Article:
EU ambassador upbeat on Thai FTA talks
The EU ambassador to Thailand said he was "optimistic" the long-delayed free trade agreement (FTA) negotiations will continue between Thailand and the EU, speaking at the 7th annual EU-Asean Business Summit in Bangkok.
"Development in Asean must start first with the group's top countries, Singapore and Vietnam, and I hope we will be able to continue trade negotiations with Thailand," Pirkka Tapiola, EU ambassador to Thailand and head of the EU delegation to Asean, said yesterday at the summit.
The EU is both Thailand and Asean's third largest trading partner, while the EU is the top investor in Asean.
Trade negotiations were halted following the 2014 coup, with European officials refusing to negotiate with unelected governments. Following a successful election, FTA negotiations can continue, however there has been no official announcement regarding talks on either end.
Regional competitors Singapore and Vietnam both wrapped up talks on their own FTAs with the EU this year following years of negotiations.
According to the EU-Asean Business Sentiment Survey, EU businesses consistently see Asean as the region with the best economic opportunities, with 51% of respondents calling it the best economic opportunity in 2018 and 53% in 2019 (China followed at 26% and 27%). In 2019, 70% of EU respondents said they would be expanding business operations in Asean, up from 59% in 2018.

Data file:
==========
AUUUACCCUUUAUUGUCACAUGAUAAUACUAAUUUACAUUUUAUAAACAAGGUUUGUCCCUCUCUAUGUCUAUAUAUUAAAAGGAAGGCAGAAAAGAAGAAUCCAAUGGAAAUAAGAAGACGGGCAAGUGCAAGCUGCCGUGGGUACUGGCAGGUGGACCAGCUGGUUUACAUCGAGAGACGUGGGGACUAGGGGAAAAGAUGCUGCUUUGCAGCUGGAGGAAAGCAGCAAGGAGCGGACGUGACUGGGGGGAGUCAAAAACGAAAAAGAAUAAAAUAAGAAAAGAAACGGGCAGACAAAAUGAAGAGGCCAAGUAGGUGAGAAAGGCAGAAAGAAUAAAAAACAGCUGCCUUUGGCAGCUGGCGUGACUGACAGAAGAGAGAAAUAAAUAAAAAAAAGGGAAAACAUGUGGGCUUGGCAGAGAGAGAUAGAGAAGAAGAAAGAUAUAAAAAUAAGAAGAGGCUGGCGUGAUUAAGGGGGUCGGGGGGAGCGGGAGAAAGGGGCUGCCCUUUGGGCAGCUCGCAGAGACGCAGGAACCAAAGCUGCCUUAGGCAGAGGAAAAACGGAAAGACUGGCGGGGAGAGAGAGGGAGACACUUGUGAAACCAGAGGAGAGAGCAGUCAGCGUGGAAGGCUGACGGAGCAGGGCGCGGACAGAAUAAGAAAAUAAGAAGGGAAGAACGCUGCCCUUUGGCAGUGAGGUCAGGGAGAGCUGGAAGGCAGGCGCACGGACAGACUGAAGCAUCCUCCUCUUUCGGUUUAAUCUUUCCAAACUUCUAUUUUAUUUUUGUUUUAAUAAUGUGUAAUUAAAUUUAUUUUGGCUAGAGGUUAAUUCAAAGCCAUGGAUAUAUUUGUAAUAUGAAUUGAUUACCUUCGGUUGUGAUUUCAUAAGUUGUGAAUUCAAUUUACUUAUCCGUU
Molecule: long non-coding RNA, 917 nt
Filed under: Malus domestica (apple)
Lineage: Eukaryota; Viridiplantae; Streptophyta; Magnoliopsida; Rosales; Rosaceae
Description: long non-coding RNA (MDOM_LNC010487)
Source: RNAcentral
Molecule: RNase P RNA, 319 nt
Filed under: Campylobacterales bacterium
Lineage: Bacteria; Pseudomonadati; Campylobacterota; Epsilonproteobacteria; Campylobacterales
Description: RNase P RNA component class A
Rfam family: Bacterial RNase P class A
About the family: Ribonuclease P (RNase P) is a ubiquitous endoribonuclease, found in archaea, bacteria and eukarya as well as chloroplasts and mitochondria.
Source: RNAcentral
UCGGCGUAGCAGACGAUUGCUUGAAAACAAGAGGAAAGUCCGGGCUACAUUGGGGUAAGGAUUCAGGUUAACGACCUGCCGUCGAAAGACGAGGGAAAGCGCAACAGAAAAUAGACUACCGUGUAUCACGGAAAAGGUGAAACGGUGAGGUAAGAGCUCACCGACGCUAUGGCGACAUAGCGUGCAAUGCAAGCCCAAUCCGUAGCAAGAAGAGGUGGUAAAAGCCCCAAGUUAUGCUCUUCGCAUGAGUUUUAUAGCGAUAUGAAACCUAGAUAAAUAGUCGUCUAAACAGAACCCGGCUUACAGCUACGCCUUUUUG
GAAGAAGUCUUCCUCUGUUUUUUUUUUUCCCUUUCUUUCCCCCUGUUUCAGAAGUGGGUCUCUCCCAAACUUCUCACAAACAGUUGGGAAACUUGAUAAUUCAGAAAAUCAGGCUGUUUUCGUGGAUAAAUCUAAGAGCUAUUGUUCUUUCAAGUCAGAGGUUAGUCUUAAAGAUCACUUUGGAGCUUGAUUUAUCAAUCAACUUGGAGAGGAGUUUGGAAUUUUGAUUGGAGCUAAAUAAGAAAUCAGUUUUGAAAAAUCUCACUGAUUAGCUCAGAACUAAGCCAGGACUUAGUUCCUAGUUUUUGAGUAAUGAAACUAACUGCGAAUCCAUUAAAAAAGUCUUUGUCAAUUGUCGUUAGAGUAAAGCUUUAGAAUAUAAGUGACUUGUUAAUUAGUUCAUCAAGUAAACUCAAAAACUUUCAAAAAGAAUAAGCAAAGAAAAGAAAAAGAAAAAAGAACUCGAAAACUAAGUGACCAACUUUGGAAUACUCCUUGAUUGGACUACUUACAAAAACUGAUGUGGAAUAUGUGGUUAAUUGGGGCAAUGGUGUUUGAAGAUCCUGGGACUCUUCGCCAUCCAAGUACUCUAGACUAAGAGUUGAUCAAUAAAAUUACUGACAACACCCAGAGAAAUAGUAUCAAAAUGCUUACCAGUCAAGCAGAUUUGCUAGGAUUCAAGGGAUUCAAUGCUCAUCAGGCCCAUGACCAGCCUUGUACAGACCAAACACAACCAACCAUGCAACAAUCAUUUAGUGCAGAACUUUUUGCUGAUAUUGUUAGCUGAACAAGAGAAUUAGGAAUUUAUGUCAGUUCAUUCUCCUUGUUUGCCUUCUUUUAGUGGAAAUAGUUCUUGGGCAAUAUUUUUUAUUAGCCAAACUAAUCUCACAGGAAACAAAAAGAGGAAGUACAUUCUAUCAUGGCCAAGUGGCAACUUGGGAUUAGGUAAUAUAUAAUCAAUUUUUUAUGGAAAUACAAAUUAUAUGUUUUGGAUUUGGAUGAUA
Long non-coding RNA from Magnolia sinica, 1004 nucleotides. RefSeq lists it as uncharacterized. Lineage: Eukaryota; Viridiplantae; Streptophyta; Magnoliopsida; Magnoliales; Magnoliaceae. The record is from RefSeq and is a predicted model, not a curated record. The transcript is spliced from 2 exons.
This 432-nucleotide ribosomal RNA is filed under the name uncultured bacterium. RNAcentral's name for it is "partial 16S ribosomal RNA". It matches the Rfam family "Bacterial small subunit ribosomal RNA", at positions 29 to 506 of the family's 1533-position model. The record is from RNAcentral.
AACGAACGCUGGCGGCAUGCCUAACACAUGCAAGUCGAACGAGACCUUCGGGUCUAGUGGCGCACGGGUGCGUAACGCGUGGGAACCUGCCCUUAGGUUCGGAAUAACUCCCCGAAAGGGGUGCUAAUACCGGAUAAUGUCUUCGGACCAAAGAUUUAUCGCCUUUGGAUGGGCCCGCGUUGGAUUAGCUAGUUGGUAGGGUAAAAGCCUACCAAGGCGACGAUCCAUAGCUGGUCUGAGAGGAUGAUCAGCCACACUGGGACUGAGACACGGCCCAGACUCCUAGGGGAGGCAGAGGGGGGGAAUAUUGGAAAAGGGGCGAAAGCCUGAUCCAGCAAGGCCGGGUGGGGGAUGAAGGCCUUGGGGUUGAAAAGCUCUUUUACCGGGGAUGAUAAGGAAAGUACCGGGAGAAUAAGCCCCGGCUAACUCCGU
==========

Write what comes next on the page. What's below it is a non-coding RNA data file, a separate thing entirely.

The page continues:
Some 94% of EU businesses urged the EU to accelerate trade negotiations with Asean nations in 2019.
"Consolidation of the digital economy is one of the top priorities of the incoming commission as well as the EU's. This is why we've launched a single digital market strategy," Mr Tapiola said. "This is a time of innovation, a time where we need to develop our rules-based economies to work for our citizens and businesses, and work on our future."
Much of the summit focused on how best to build Asean's digital economy with cooperation from the EU.
Verena Siow, managing director of SAP Indochina, said Asean's digital economy only accounts for 7% of the bloc's GDP, but a report by Bain Capital predicts this amount could grow by US$1 trillion by 2025.
John Hsu, Asia-Pacific chief information officer at HSBC, said Asean must work better to facilitate the free flow of data across borders throughout the region.
Addressing disparities and liberalising trade are necessary to ensure long-term prosperity in the region, but more work needs to be done for a coordinated strategy for Asean's digital economy," Mr Hsu said. "We need an Asean digital integration action plan."
Kajit Sukhum, inspector-general of the Digital Economy and Society Ministry, said Asean states should work to develop a more coordinated response to cybersecurity threats.
"There have been concerns about cybersecurity so we are setting up some standards among the 10 countries to have a common method for addressing cyber-attacks," Mr Kajit said. "Hopefully we can continue this initiative until we make all the cities in the region smart."
He urged caution as the region develops key technologies like artificial intelligence, the Internet of Things and cloud computing by considering the risks associated with each before blindly committing to using the new tech.